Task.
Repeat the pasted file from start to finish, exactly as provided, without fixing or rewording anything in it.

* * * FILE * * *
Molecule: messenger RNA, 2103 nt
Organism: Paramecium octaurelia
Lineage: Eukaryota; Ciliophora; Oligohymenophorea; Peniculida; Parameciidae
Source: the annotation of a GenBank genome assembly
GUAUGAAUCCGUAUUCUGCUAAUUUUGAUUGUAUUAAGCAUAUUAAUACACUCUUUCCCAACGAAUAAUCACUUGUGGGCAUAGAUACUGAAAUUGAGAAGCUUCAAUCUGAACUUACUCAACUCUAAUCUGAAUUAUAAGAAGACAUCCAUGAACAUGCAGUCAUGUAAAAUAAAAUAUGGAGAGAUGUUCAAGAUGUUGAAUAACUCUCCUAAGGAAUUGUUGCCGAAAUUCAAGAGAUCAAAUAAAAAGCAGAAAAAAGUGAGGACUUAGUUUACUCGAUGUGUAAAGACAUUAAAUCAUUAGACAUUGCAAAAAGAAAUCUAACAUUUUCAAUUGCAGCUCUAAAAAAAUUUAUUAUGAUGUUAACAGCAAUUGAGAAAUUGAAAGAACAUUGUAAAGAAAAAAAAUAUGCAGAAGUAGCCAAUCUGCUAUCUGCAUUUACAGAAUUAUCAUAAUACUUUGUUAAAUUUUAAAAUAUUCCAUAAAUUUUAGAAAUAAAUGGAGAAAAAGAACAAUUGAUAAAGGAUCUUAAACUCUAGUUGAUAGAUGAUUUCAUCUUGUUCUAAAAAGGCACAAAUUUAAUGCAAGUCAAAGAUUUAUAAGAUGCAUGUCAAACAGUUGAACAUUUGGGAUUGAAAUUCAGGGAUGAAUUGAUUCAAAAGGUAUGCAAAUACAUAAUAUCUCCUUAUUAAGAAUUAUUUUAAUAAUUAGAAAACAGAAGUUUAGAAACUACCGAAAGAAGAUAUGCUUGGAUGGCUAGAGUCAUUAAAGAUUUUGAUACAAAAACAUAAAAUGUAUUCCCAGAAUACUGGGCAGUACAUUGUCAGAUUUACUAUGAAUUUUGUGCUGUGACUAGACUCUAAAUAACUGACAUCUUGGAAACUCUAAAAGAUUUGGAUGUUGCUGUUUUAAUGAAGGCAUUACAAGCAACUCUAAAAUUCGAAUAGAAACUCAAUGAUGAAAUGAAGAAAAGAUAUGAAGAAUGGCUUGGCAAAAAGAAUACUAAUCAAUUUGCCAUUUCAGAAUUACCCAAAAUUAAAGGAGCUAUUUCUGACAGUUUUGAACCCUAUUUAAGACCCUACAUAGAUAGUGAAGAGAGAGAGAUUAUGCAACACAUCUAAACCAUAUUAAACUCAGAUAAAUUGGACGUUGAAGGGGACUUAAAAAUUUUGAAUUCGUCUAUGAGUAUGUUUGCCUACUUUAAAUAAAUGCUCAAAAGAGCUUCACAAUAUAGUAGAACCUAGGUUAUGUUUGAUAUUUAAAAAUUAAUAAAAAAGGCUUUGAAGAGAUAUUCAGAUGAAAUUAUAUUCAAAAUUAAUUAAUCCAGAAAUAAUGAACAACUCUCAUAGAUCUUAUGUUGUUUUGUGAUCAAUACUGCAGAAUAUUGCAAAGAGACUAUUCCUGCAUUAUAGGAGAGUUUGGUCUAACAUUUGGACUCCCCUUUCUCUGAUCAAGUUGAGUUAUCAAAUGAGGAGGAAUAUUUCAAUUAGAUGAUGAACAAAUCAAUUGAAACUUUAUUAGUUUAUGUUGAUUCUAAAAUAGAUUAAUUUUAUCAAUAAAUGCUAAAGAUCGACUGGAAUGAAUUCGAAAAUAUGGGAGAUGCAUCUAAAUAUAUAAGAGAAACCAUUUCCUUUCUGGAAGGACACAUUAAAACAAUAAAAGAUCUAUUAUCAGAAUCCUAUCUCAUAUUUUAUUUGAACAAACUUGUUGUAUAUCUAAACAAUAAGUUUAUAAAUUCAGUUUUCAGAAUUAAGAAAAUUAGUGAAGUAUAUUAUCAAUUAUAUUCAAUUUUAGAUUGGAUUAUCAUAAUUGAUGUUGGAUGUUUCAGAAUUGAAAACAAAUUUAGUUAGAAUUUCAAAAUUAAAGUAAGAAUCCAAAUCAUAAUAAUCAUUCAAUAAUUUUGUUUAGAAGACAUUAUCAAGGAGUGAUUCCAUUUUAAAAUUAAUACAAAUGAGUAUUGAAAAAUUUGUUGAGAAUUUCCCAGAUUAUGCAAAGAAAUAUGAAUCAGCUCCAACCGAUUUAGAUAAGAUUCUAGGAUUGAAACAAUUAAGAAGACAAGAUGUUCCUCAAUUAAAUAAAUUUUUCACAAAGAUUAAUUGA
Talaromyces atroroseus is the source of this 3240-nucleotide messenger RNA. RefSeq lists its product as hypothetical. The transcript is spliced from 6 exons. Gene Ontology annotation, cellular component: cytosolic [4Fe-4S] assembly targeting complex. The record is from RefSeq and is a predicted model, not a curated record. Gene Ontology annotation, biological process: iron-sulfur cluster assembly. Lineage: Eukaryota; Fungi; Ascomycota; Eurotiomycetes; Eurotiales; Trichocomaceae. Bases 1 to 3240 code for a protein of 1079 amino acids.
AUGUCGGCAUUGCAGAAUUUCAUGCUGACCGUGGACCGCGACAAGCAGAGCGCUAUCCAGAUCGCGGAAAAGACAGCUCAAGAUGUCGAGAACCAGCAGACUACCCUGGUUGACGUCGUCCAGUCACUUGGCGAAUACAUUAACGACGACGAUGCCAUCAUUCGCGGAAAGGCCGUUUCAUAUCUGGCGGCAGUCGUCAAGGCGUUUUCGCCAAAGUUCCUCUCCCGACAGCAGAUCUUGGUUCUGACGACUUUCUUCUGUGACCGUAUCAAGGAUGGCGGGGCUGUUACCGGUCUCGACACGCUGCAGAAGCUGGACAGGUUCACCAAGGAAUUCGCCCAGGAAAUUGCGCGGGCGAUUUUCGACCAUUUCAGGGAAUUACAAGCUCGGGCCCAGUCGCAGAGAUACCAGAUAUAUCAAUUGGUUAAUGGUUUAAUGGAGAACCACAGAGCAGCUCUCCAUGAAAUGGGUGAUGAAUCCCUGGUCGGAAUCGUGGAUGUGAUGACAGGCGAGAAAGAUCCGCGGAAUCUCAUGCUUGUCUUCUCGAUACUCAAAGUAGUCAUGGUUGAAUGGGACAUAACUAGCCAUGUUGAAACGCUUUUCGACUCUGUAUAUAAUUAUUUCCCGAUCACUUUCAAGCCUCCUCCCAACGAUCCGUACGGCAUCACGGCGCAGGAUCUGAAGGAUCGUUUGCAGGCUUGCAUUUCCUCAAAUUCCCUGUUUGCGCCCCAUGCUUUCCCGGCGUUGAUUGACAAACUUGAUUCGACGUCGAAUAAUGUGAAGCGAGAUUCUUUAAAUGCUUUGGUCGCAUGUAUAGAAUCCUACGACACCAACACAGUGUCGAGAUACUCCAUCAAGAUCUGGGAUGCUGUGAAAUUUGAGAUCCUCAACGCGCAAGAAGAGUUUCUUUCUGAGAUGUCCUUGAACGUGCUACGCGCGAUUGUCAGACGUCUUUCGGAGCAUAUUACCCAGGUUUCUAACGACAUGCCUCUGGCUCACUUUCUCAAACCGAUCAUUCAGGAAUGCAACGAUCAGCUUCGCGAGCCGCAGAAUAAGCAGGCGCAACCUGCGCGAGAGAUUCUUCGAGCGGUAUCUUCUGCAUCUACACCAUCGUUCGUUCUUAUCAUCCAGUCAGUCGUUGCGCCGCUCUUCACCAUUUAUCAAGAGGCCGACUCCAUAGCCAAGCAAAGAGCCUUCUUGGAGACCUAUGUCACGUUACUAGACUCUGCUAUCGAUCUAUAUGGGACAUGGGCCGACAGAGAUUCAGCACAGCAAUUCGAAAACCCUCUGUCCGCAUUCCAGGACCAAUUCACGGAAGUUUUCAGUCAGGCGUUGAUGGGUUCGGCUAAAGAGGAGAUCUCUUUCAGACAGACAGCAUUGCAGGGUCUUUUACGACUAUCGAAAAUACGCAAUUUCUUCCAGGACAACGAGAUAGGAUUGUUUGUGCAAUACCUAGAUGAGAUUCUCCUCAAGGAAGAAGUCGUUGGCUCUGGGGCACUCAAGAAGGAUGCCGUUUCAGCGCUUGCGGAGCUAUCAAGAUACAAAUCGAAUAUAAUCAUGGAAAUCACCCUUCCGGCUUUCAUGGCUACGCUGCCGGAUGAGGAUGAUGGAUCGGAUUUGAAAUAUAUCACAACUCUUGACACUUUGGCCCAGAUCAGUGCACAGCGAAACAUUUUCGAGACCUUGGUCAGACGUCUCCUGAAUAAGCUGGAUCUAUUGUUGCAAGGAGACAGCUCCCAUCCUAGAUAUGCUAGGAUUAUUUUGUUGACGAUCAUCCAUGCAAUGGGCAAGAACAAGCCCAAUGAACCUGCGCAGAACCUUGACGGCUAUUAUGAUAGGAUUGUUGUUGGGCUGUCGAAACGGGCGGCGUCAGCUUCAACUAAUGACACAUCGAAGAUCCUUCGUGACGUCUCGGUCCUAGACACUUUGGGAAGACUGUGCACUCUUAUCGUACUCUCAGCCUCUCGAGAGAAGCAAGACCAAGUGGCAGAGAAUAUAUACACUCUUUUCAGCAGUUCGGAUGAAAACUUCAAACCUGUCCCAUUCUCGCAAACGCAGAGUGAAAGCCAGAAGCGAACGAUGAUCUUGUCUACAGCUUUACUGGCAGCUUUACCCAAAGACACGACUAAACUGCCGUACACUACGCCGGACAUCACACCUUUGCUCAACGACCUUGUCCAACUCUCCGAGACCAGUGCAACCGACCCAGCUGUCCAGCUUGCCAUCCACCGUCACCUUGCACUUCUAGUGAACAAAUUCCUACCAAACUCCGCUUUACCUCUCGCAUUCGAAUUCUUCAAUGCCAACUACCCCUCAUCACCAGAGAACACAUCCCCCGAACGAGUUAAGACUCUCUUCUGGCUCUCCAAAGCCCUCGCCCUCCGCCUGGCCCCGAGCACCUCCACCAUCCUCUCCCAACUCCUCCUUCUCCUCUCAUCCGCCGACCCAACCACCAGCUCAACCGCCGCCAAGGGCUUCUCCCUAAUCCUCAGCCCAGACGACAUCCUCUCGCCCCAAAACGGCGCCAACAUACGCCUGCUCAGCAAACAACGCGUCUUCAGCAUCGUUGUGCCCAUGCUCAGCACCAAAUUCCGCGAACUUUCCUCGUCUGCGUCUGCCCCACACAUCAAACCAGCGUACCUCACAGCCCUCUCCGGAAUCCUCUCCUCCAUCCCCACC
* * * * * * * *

Molecule: messenger RNA, 2103 nt
Organism: Paramecium octaurelia
Lineage: Eukaryota; Ciliophora; Oligohymenophorea; Peniculida; Parameciidae
Source: the annotation of a GenBank genome assembly
GUAUGAAUCCGUAUUCUGCUAAUUUUGAUUGUAUUAAGCAUAUUAAUACACUCUUUCCCAACGAAUAAUCACUUGUGGGCAUAGAUACUGAAAUUGAGAAGCUUCAAUCUGAACUUACUCAACUCUAAUCUGAAUUAUAAGAAGACAUCCAUGAACAUGCAGUCAUGUAAAAUAAAAUAUGGAGAGAUGUUCAAGAUGUUGAAUAACUCUCCUAAGGAAUUGUUGCCGAAAUUCAAGAGAUCAAAUAAAAAGCAGAAAAAAGUGAGGACUUAGUUUACUCGAUGUGUAAAGACAUUAAAUCAUUAGACAUUGCAAAAAGAAAUCUAACAUUUUCAAUUGCAGCUCUAAAAAAAUUUAUUAUGAUGUUAACAGCAAUUGAGAAAUUGAAAGAACAUUGUAAAGAAAAAAAAUAUGCAGAAGUAGCCAAUCUGCUAUCUGCAUUUACAGAAUUAUCAUAAUACUUUGUUAAAUUUUAAAAUAUUCCAUAAAUUUUAGAAAUAAAUGGAGAAAAAGAACAAUUGAUAAAGGAUCUUAAACUCUAGUUGAUAGAUGAUUUCAUCUUGUUCUAAAAAGGCACAAAUUUAAUGCAAGUCAAAGAUUUAUAAGAUGCAUGUCAAACAGUUGAACAUUUGGGAUUGAAAUUCAGGGAUGAAUUGAUUCAAAAGGUAUGCAAAUACAUAAUAUCUCCUUAUUAAGAAUUAUUUUAAUAAUUAGAAAACAGAAGUUUAGAAACUACCGAAAGAAGAUAUGCUUGGAUGGCUAGAGUCAUUAAAGAUUUUGAUACAAAAACAUAAAAUGUAUUCCCAGAAUACUGGGCAGUACAUUGUCAGAUUUACUAUGAAUUUUGUGCUGUGACUAGACUCUAAAUAACUGACAUCUUGGAAACUCUAAAAGAUUUGGAUGUUGCUGUUUUAAUGAAGGCAUUACAAGCAACUCUAAAAUUCGAAUAGAAACUCAAUGAUGAAAUGAAGAAAAGAUAUGAAGAAUGGCUUGGCAAAAAGAAUACUAAUCAAUUUGCCAUUUCAGAAUUACCCAAAAUUAAAGGAGCUAUUUCUGACAGUUUUGAACCCUAUUUAAGACCCUACAUAGAUAGUGAAGAGAGAGAGAUUAUGCAACACAUCUAAACCAUAUUAAACUCAGAUAAAUUGGACGUUGAAGGGGACUUAAAAAUUUUGAAUUCGUCUAUGAGUAUGUUUGCCUACUUUAAAUAAAUGCUCAAAAGAGCUUCACAAUAUAGUAGAACCUAGGUUAUGUUUGAUAUUUAAAAAUUAAUAAAAAAGGCUUUGAAGAGAUAUUCAGAUGAAAUUAUAUUCAAAAUUAAUUAAUCCAGAAAUAAUGAACAACUCUCAUAGAUCUUAUGUUGUUUUGUGAUCAAUACUGCAGAAUAUUGCAAAGAGACUAUUCCUGCAUUAUAGGAGAGUUUGGUCUAACAUUUGGACUCCCCUUUCUCUGAUCAAGUUGAGUUAUCAAAUGAGGAGGAAUAUUUCAAUUAGAUGAUGAACAAAUCAAUUGAAACUUUAUUAGUUUAUGUUGAUUCUAAAAUAGAUUAAUUUUAUCAAUAAAUGCUAAAGAUCGACUGGAAUGAAUUCGAAAAUAUGGGAGAUGCAUCUAAAUAUAUAAGAGAAACCAUUUCCUUUCUGGAAGGACACAUUAAAACAAUAAAAGAUCUAUUAUCAGAAUCCUAUCUCAUAUUUUAUUUGAACAAACUUGUUGUAUAUCUAAACAAUAAGUUUAUAAAUUCAGUUUUCAGAAUUAAGAAAAUUAGUGAAGUAUAUUAUCAAUUAUAUUCAAUUUUAGAUUGGAUUAUCAUAAUUGAUGUUGGAUGUUUCAGAAUUGAAAACAAAUUUAGUUAGAAUUUCAAAAUUAAAGUAAGAAUCCAAAUCAUAAUAAUCAUUCAAUAAUUUUGUUUAGAAGACAUUAUCAAGGAGUGAUUCCAUUUUAAAAUUAAUACAAAUGAGUAUUGAAAAAUUUGUUGAGAAUUUCCCAGAUUAUGCAAAGAAAUAUGAAUCAGCUCCAACCGAUUUAGAUAAGAUUCUAGGAUUGAAACAAUUAAGAAGACAAGAUGUUCCUCAAUUAAAUAAAUUUUUCACAAAGAUUAAUUGA
Talaromyces atroroseus is the source of this 3240-nucleotide messenger RNA. RefSeq lists its product as hypothetical. The transcript is spliced from 6 exons. Gene Ontology annotation, cellular component: cytosolic [4Fe-4S] assembly targeting complex. The record is from RefSeq and is a predicted model, not a curated record. Gene Ontology annotation, biological process: iron-sulfur cluster assembly. Lineage: Eukaryota; Fungi; Ascomycota; Eurotiomycetes; Eurotiales; Trichocomaceae. Bases 1 to 3240 code for a protein of 1079 amino acids.
AUGUCGGCAUUGCAGAAUUUCAUGCUGACCGUGGACCGCGACAAGCAGAGCGCUAUCCAGAUCGCGGAAAAGACAGCUCAAGAUGUCGAGAACCAGCAGACUACCCUGGUUGACGUCGUCCAGUCACUUGGCGAAUACAUUAACGACGACGAUGCCAUCAUUCGCGGAAAGGCCGUUUCAUAUCUGGCGGCAGUCGUCAAGGCGUUUUCGCCAAAGUUCCUCUCCCGACAGCAGAUCUUGGUUCUGACGACUUUCUUCUGUGACCGUAUCAAGGAUGGCGGGGCUGUUACCGGUCUCGACACGCUGCAGAAGCUGGACAGGUUCACCAAGGAAUUCGCCCAGGAAAUUGCGCGGGCGAUUUUCGACCAUUUCAGGGAAUUACAAGCUCGGGCCCAGUCGCAGAGAUACCAGAUAUAUCAAUUGGUUAAUGGUUUAAUGGAGAACCACAGAGCAGCUCUCCAUGAAAUGGGUGAUGAAUCCCUGGUCGGAAUCGUGGAUGUGAUGACAGGCGAGAAAGAUCCGCGGAAUCUCAUGCUUGUCUUCUCGAUACUCAAAGUAGUCAUGGUUGAAUGGGACAUAACUAGCCAUGUUGAAACGCUUUUCGACUCUGUAUAUAAUUAUUUCCCGAUCACUUUCAAGCCUCCUCCCAACGAUCCGUACGGCAUCACGGCGCAGGAUCUGAAGGAUCGUUUGCAGGCUUGCAUUUCCUCAAAUUCCCUGUUUGCGCCCCAUGCUUUCCCGGCGUUGAUUGACAAACUUGAUUCGACGUCGAAUAAUGUGAAGCGAGAUUCUUUAAAUGCUUUGGUCGCAUGUAUAGAAUCCUACGACACCAACACAGUGUCGAGAUACUCCAUCAAGAUCUGGGAUGCUGUGAAAUUUGAGAUCCUCAACGCGCAAGAAGAGUUUCUUUCUGAGAUGUCCUUGAACGUGCUACGCGCGAUUGUCAGACGUCUUUCGGAGCAUAUUACCCAGGUUUCUAACGACAUGCCUCUGGCUCACUUUCUCAAACCGAUCAUUCAGGAAUGCAACGAUCAGCUUCGCGAGCCGCAGAAUAAGCAGGCGCAACCUGCGCGAGAGAUUCUUCGAGCGGUAUCUUCUGCAUCUACACCAUCGUUCGUUCUUAUCAUCCAGUCAGUCGUUGCGCCGCUCUUCACCAUUUAUCAAGAGGCCGACUCCAUAGCCAAGCAAAGAGCCUUCUUGGAGACCUAUGUCACGUUACUAGACUCUGCUAUCGAUCUAUAUGGGACAUGGGCCGACAGAGAUUCAGCACAGCAAUUCGAAAACCCUCUGUCCGCAUUCCAGGACCAAUUCACGGAAGUUUUCAGUCAGGCGUUGAUGGGUUCGGCUAAAGAGGAGAUCUCUUUCAGACAGACAGCAUUGCAGGGUCUUUUACGACUAUCGAAAAUACGCAAUUUCUUCCAGGACAACGAGAUAGGAUUGUUUGUGCAAUACCUAGAUGAGAUUCUCCUCAAGGAAGAAGUCGUUGGCUCUGGGGCACUCAAGAAGGAUGCCGUUUCAGCGCUUGCGGAGCUAUCAAGAUACAAAUCGAAUAUAAUCAUGGAAAUCACCCUUCCGGCUUUCAUGGCUACGCUGCCGGAUGAGGAUGAUGGAUCGGAUUUGAAAUAUAUCACAACUCUUGACACUUUGGCCCAGAUCAGUGCACAGCGAAACAUUUUCGAGACCUUGGUCAGACGUCUCCUGAAUAAGCUGGAUCUAUUGUUGCAAGGAGACAGCUCCCAUCCUAGAUAUGCUAGGAUUAUUUUGUUGACGAUCAUCCAUGCAAUGGGCAAGAACAAGCCCAAUGAACCUGCGCAGAACCUUGACGGCUAUUAUGAUAGGAUUGUUGUUGGGCUGUCGAAACGGGCGGCGUCAGCUUCAACUAAUGACACAUCGAAGAUCCUUCGUGACGUCUCGGUCCUAGACACUUUGGGAAGACUGUGCACUCUUAUCGUACUCUCAGCCUCUCGAGAGAAGCAAGACCAAGUGGCAGAGAAUAUAUACACUCUUUUCAGCAGUUCGGAUGAAAACUUCAAACCUGUCCCAUUCUCGCAAACGCAGAGUGAAAGCCAGAAGCGAACGAUGAUCUUGUCUACAGCUUUACUGGCAGCUUUACCCAAAGACACGACUAAACUGCCGUACACUACGCCGGACAUCACACCUUUGCUCAACGACCUUGUCCAACUCUCCGAGACCAGUGCAACCGACCCAGCUGUCCAGCUUGCCAUCCACCGUCACCUUGCACUUCUAGUGAACAAAUUCCUACCAAACUCCGCUUUACCUCUCGCAUUCGAAUUCUUCAAUGCCAACUACCCCUCAUCACCAGAGAACACAUCCCCCGAACGAGUUAAGACUCUCUUCUGGCUCUCCAAAGCCCUCGCCCUCCGCCUGGCCCCGAGCACCUCCACCAUCCUCUCCCAACUCCUCCUUCUCCUCUCAUCCGCCGACCCAACCACCAGCUCAACCGCCGCCAAGGGCUUCUCCCUAAUCCUCAGCCCAGACGACAUCCUCUCGCCCCAAAACGGCGCCAACAUACGCCUGCUCAGCAAACAACGCGUCUUCAGCAUCGUUGUGCCCAUGCUCAGCACCAAAUUCCGCGAACUUUCCUCGUCUGCGUCUGCCCCACACAUCAAACCAGCGUACCUCACAGCCCUCUCCGGAAUCCUCUCCUCCAUCCCCACC